From bullets to birds: Lake City Army Ammunition Plant on watch

By Matthew Wheaton, Joint Munitions Command, Public and Congressional AffairsNovember 28, 2023

From bullets to birds: Lake City Army Ammunition Plant on watch
1 / 4 Show Caption + Hide Caption – An American Kestral, named Gauge, was rescued from a production building at the Lake City Army Ammunition Plant. He was captured in the building, rehabilitated by a local rescue, and released back to an open area close to where he was found. (Photo Credit: Olin Winchester) VIEW ORIGINAL
From bullets to birds: Lake City Army Ammunition Plant on watch
2 / 4 Show Caption + Hide Caption – Lake City Ammunitions Plant’s Veteran’s Lake covers approximately 37 acres. (Photo Credit: U.S. Army Corps of Engineers) VIEW ORIGINAL
From bullets to birds: Lake City Army Ammunition Plant on watch
3 / 4 Show Caption + Hide Caption – Wild turkeys on the move at the Lake City Army Ammunition Plant. (Photo Credit: U.S. Army Corps of Engineers) VIEW ORIGINAL
From bullets to birds: Lake City Army Ammunition Plant on watch
4 / 4 Show Caption + Hide Caption – A white-tailed deer fawn hides out at the Lake City Army Ammunition Plant (Photo Credit: U.S. Army Corps of Engineers) VIEW ORIGINAL

The Lake City Army Ammunition Plant, a subordinate of the Joint Munitions Command, fulfills its commitment to the environment through a comprehensive plan for managing natural resources.

LCAAP is in Jackson County, Missouri, and is located between Independence and Blue Springs. The facility covers an area of 3,935 acres and houses 375 buildings that are dedicated to the production of small arms ammunition and associated processes. Within this expanse, more than 2,340 acres consist of brushlands, forests, ponds, streams, wetlands, and Veteran's Lake, which is approximately 37 acres and in the northwest corner of LCAAP.

LCAAP provides habitat for a diverse ecosystem, including 157 distinct plant species, 104 bird species, and nine mammalian species — American beavers, bobcats, coyotes, eastern cottontails, eastern gray squirrels, fox squirrels, racoons, striped skunks, and white-tailed deer — along with various reptiles, amphibians, and arthropods that have chosen it as their habitat.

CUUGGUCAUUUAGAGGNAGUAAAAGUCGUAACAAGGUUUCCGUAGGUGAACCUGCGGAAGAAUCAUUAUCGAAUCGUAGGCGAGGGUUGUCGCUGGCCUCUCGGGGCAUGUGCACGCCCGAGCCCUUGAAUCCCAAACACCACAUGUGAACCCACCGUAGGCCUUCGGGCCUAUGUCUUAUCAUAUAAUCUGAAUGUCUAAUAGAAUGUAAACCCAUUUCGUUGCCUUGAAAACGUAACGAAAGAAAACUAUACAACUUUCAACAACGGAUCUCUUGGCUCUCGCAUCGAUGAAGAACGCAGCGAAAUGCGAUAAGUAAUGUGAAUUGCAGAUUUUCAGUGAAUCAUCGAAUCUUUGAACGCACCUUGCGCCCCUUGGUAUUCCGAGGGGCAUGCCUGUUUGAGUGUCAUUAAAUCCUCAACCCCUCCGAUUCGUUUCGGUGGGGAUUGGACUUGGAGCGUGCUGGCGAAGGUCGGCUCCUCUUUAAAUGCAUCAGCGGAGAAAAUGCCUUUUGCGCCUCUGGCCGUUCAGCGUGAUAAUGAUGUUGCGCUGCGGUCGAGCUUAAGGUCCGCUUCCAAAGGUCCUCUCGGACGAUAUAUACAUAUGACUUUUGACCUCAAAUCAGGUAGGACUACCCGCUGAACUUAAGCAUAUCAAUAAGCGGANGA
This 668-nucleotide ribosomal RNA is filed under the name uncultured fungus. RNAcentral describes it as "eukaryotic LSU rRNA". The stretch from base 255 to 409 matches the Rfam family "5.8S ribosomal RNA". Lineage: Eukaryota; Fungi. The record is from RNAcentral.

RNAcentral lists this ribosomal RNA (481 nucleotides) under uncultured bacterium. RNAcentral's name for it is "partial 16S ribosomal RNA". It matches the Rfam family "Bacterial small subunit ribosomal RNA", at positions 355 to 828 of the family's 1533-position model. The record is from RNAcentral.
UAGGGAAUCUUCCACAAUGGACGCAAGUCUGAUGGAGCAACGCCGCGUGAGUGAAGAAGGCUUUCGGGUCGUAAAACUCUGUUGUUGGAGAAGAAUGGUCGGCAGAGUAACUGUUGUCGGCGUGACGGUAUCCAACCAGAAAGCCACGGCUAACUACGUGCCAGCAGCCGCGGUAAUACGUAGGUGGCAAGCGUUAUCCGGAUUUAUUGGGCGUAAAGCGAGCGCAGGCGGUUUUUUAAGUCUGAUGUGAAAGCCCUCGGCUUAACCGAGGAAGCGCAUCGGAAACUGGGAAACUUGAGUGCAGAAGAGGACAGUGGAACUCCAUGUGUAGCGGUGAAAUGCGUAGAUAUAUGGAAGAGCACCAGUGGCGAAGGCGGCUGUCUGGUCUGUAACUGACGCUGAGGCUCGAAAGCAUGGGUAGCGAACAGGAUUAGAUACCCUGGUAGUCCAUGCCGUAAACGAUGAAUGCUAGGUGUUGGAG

Within this thriving ecosystem, the conservation efforts at LCAAP have led to the flourishing of native species, contributing to its reputation as an environmental sanctuary.

“Our commitment to sustainable practices has resulted in the successful coexistence of military operations and environmental preservation,” said Lt. Col. Christopher Denton, LCAAP’s commander. “As the installation continues to evolve, it remains dedicated to safeguarding its natural surroundings and promoting ecological diversity.”

LCAAP's natural resource initiative encompasses hunting and fishing; the management of invasive species such as Johnson grass, autumn olive, sericea lespedeza (commonly known as Chinese bushclover), Japanese honeysuckle, Amur honeysuckle, and multiflora rose; the preservation of threatened and endangered species; the conservation of wetlands; and the supervision of wildlife and fisheries. These activities are governed by plans and evaluations conducted throughout the year.

LCAAP is partnering with its prime contract partner, Olin Winchester, to form a volunteer program that will focus on cultivating a sustainable and inviting habitat for wildlife. Bird boxes will be installed, and native grasses and trees that offer vegetation and protection cover are set to be planted. A walking trail with signs, which highlight some of LCAAP’s unique plant life, will also be developed.